THE TRANSITION FROM celebrity to fashion designer is often a phony one, and in the beginning, the Olsens were met with no small amount of skepticism. What the doubters failed to take into account is that their longtime TV and video career also served as a nonstop, hands-on fashion school. For 18 consecutive years, Mary-Kate and Ashley spent countless hours in wardrobe, changing clothes as often as 12 times a day. They learned about fit and proportion and tailoring, as jackets from Marc Jacobs and Chanel were resized for their frames when they were still preteens; they loved rummaging through Full House costar Lori Loughlin's Donna Karan–filled closets. At 12, the sisters and their company, Dualstar, which they'd launched six years earlier with their then-managers, debuted a line for WalMart aimed at the mostly untapped tween market. Described by Mary-Kate as "fashion forward... jeans, a bit of bohemian or with a little blazer," the brand sported a tagline: "Real Fashion for Real Girls." By changing just the last word, it would make an apt description for their current venture.
When they turned 18, Mary-Kate and Ashley took sole ownership of Dualstar and moved from the West Coast to enroll in New York University, where inspiration for The Row took hold during a semester off. "We had never not worked before," says Ashley, "so it was a little bit of a trip." They were well versed in the art of creating brands around themselves, she says, but "this was more of a test to see how we might create some- thing on our own, without any outside influence—not as a business, but as a passion project to see where it could go." They began with a simple draped T-shirt and spent a year and a half learning about pattern- making, production and sampling. The first collection, presented in 2006, consisted of only seven pieces, including that first shirt, a pair of cotton sateen leggings and a cashmere tank dress.
Slowly, they added a blazer here, a stretch leather legging there—minimal silhouettes occasionally punctuated by spot-on adornments, like the perfect button or a textured stripe on a tuxedo pant. "We're constantly doing research on insanely small details," says Mary-Kate. The goal was to create an ever-expanding group of trendless, often seasonless pieces that women could incorporate into their existing wardrobes and have them remain relevant. "We like the mentality of the way men dress," says Ashley, who is wearing black-washed silk pants from four years ago and a top from their spring/summer 2013 collection. "It's that thing about having a few very special investment pieces that you can wear all the time and build upon."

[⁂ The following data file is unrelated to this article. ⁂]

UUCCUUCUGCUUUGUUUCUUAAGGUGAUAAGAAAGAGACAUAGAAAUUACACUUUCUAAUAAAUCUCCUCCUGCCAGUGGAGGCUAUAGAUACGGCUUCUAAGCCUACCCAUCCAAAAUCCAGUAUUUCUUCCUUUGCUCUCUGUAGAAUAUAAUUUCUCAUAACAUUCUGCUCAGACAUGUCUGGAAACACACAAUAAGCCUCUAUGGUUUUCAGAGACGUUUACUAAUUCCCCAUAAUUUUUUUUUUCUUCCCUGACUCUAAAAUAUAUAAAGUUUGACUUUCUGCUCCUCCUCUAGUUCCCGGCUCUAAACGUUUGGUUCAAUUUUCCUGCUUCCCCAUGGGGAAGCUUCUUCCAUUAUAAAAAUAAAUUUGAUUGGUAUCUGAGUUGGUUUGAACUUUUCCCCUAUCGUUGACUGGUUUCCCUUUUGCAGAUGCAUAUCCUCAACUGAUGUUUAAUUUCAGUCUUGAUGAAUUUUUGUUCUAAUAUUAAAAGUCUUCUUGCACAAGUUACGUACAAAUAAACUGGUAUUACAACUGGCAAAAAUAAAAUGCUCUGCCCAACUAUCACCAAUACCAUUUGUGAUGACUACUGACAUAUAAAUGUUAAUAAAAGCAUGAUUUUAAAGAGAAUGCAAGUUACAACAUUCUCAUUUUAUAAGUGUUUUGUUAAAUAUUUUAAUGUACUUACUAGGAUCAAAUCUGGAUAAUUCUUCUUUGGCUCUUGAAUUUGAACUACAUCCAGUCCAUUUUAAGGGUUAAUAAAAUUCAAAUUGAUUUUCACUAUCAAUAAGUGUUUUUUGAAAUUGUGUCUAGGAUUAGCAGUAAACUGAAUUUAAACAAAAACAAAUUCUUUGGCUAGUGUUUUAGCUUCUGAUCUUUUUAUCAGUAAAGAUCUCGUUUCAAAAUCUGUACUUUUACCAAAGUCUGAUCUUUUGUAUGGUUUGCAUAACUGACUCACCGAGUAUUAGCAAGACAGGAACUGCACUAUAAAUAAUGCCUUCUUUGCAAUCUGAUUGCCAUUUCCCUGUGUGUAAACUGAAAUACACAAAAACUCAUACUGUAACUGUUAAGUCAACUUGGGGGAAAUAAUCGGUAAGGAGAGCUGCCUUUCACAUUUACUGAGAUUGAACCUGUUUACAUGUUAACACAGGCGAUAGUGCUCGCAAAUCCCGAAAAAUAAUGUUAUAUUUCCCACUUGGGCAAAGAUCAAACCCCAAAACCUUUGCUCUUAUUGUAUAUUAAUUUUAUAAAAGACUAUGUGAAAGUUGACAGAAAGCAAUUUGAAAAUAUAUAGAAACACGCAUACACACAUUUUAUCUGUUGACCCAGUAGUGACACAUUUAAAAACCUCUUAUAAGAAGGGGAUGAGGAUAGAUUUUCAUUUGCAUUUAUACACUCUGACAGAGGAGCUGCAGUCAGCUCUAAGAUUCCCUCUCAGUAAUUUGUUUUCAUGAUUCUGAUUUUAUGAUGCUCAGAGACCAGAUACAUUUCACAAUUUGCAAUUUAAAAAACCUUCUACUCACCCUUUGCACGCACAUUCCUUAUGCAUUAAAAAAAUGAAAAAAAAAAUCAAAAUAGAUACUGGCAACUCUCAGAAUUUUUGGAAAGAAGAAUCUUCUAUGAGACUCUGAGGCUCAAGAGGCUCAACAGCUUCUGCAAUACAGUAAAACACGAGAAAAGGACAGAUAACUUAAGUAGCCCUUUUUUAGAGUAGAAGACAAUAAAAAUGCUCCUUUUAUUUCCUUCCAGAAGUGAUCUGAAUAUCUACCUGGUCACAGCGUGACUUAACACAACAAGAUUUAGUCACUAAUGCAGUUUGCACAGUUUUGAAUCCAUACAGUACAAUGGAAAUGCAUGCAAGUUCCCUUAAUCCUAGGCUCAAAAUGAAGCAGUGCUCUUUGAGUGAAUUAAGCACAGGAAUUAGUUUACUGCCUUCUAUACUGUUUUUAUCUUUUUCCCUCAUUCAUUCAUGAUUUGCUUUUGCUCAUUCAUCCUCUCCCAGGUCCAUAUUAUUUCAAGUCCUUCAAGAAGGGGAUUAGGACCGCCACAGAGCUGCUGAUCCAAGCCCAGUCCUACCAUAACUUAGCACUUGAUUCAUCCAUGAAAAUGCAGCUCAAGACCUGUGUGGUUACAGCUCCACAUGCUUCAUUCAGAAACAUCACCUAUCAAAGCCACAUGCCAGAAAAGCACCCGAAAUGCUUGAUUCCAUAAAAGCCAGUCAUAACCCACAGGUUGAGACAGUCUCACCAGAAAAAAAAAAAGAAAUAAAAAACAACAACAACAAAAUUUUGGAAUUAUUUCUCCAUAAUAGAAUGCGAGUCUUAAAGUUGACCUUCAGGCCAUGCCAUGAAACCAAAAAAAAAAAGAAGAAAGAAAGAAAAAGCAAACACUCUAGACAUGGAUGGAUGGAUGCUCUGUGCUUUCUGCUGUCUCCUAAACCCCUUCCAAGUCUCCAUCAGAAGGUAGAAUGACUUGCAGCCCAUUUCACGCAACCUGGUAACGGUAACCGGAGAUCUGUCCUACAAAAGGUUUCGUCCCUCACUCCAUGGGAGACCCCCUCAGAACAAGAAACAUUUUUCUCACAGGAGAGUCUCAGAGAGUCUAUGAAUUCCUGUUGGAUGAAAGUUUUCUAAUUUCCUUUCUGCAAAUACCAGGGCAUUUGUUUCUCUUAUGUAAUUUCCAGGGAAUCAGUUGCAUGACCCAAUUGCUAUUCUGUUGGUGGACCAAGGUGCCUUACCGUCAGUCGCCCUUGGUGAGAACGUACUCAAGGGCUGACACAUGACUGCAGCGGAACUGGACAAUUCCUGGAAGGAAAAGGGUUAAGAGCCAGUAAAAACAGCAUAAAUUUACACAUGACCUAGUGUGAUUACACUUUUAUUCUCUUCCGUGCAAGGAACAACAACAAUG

In their earliest days, the designers were also the fit models, "basically selling all the clothes off our backs," Ashley says, laughing. "We started one client, one boutique at a time." One of those "boutiques" was Barneys New York, which bought the entire first collection and, later, helped launch The Row's handbag line in 2011. "We viewed them as designers from the get-go," says Tomoko Ogura, the store's senior fashion director. "All you have to do is look at the integrity of the design, the quality of the materials. When we touch and feel the product, we're not thinking of Mary-Kate and Ashley as celebrities; we view them as on par with some of the best designers in the world. As young as they are, they have a very sophisticated sense of style."